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Working Professionally with Children and Youth in Care
CYC-Online Issue 33 OCTOBER 2001 / BACK
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postcard from leon fulcher

From New Zealand

Kia Ora Ra! Warm greetings again from Te Waimako Marae at Lake Waikaremoana on the edge of New Zealand's North Island Te Urewera National Park. I've sent postcards from here before, so as you can see, I keep coming back!

This visit was to take part in a live-in learning module, or wananga, with 30 mature students and their whanau/families, all from the same tribe Ngai Tuhoe. They were studying for the National Certificate in Maori Social Services that is recognised by the New Zealand Qualifications Authority. It involves attending ten modules taught at different Whare Tipuna or ancestral houses (like Te Waimako) around the rohe or tribal boundaries of Tuhoe. Basic research and practice skills, oral presentation and written competencies are all assessed through the course of a year. At the last wananga or learning module the students bring family members with them, and present an oral summary of Unit Standard competencies to three external assessors.

Friend Tapita, her Mum Kura, Koroa Noele, Koro Peho & Ramona

It was a rare honour for me to be invited to participate in such a learning programme for mature students and their families. Several children participated in this learning programme, engaging in activities organised so mothers could attend to their coursework. Tapita and her mother spent a day with other students and children on the Department of Conservation boat touring historical sites around Lake Waikaremoana of significance to the Ngai Tuhoe people. This included a visit to the cave where women ancestors were massacred, a deeply moving experience for all.

Children Playing at the Front of Te Waimako, Their Ancestral House

Meanwhile, back at Te Waimako Marae, the traditional farewell meal the sumptuous Hakari feast had been prepared. It included wild pork and pico pico or fern tips, chicken, eel, kina or sea urchin and South Pacific style raw fish done in coconut milk. This first course was followed with custard trifle and steamed pudding. Does that make anyone feel hungry? My guess is that most of you will never have tasted kina or sea urchin. It's definitely an acquired taste! My Maori friends devoured the kina with gusto while I still struggle with ingesting this delicacy that tastes of neat iodine!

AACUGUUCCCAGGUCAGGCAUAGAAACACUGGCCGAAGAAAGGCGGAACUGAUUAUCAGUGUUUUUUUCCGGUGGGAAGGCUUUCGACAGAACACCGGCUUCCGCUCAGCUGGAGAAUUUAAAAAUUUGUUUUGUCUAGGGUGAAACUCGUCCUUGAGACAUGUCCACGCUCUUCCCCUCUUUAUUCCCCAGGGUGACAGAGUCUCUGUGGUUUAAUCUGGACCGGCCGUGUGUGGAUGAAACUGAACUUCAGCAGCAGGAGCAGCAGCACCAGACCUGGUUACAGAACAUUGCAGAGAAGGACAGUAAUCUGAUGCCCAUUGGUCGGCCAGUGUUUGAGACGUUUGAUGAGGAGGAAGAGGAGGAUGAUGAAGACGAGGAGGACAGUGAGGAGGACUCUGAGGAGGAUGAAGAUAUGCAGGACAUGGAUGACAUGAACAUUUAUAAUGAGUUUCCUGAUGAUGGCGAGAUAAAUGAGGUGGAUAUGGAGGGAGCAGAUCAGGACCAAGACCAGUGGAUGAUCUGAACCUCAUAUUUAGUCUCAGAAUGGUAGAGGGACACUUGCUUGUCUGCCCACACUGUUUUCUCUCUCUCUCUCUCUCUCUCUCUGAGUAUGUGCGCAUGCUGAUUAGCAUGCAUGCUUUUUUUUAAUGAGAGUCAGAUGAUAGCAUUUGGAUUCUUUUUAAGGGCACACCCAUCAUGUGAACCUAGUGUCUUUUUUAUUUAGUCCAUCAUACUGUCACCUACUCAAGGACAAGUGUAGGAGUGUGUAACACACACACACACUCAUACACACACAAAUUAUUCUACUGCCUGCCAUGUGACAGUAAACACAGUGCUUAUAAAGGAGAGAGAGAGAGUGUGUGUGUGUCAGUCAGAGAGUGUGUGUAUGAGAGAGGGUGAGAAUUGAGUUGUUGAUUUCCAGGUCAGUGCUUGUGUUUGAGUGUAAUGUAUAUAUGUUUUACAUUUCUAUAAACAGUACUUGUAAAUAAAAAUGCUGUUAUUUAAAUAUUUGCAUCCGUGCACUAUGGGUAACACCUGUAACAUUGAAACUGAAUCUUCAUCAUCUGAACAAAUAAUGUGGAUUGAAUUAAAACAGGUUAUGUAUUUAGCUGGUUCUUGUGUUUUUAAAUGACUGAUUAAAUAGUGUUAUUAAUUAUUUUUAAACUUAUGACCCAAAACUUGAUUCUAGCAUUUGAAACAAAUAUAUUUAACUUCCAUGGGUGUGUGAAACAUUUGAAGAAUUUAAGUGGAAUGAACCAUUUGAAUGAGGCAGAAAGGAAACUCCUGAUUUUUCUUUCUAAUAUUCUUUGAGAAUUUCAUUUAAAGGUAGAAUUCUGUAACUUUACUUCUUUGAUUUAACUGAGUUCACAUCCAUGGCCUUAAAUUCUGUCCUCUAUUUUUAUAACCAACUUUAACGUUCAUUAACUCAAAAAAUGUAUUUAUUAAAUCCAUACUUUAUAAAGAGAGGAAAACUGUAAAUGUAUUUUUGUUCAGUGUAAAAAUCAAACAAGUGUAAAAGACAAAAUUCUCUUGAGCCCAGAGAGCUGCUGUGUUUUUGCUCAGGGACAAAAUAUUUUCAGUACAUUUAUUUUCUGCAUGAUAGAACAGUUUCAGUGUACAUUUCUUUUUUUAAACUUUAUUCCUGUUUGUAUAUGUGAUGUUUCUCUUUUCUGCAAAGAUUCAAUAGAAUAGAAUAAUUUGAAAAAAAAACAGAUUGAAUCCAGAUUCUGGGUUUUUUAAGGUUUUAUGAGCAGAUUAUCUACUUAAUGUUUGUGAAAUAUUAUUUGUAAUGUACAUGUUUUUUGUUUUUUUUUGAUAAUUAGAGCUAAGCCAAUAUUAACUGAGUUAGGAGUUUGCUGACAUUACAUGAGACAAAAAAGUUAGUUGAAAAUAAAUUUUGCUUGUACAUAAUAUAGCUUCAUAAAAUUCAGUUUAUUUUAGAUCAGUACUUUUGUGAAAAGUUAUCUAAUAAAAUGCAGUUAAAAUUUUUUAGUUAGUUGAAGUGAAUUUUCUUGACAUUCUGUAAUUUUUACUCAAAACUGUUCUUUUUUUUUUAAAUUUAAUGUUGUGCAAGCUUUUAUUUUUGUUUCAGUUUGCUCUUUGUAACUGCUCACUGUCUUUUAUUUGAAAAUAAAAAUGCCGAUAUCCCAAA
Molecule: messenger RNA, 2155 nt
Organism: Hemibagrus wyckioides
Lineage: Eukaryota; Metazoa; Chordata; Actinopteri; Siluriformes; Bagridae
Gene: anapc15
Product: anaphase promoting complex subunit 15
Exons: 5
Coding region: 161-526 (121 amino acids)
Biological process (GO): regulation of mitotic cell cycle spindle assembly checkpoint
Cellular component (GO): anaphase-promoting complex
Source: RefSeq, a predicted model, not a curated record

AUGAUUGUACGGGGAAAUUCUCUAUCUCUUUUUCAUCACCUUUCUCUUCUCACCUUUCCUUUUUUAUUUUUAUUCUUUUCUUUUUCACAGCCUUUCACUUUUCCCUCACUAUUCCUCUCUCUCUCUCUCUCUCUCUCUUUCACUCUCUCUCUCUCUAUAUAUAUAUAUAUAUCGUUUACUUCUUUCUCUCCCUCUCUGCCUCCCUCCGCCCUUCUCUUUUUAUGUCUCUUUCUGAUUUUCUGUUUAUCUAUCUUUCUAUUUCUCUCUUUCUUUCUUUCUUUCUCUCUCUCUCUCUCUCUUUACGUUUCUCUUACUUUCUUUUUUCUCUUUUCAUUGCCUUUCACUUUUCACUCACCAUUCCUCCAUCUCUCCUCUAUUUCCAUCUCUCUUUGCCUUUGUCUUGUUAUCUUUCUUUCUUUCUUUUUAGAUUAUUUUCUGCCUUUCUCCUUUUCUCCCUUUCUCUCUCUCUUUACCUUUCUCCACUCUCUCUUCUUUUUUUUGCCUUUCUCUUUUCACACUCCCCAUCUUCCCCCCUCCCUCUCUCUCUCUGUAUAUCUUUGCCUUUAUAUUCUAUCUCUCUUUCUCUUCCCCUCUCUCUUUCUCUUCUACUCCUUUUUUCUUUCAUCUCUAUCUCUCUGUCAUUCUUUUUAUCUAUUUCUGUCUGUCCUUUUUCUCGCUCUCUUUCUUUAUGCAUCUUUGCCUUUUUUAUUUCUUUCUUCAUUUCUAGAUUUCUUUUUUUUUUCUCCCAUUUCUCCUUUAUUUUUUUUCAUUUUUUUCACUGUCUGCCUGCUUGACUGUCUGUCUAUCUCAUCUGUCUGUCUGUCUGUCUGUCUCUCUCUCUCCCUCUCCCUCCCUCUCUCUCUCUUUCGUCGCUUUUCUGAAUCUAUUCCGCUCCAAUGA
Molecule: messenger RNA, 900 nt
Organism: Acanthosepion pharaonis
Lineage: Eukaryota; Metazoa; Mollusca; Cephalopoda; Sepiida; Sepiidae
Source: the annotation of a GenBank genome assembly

On a serious note, is there is anyone out there who is involved with First Nations or Indigenous education and training in the child and youth care, social services or social work fields? Could you please let us know what is happening in your place? Might anyone be interested in networking with the Maori Social Services students from Ngai Tuhoe? Each student enrolled for this course, offering National Certificate in Maori Social Services, received a PC package with their enrolment. This gave the students and their families the option of e-mail networking. If there is any interest, I will be happy to pass your message along.
Tapita gave me a copy of her signature to help close off this month's Postcard! Our thoughts are with all of those who have suffered loss in recent weeks. We pray for patience, clarity of thought and dialogue through the uncertainties that face our world in the weeks to come. May peace be upon you and yours! Assalamualaikum!

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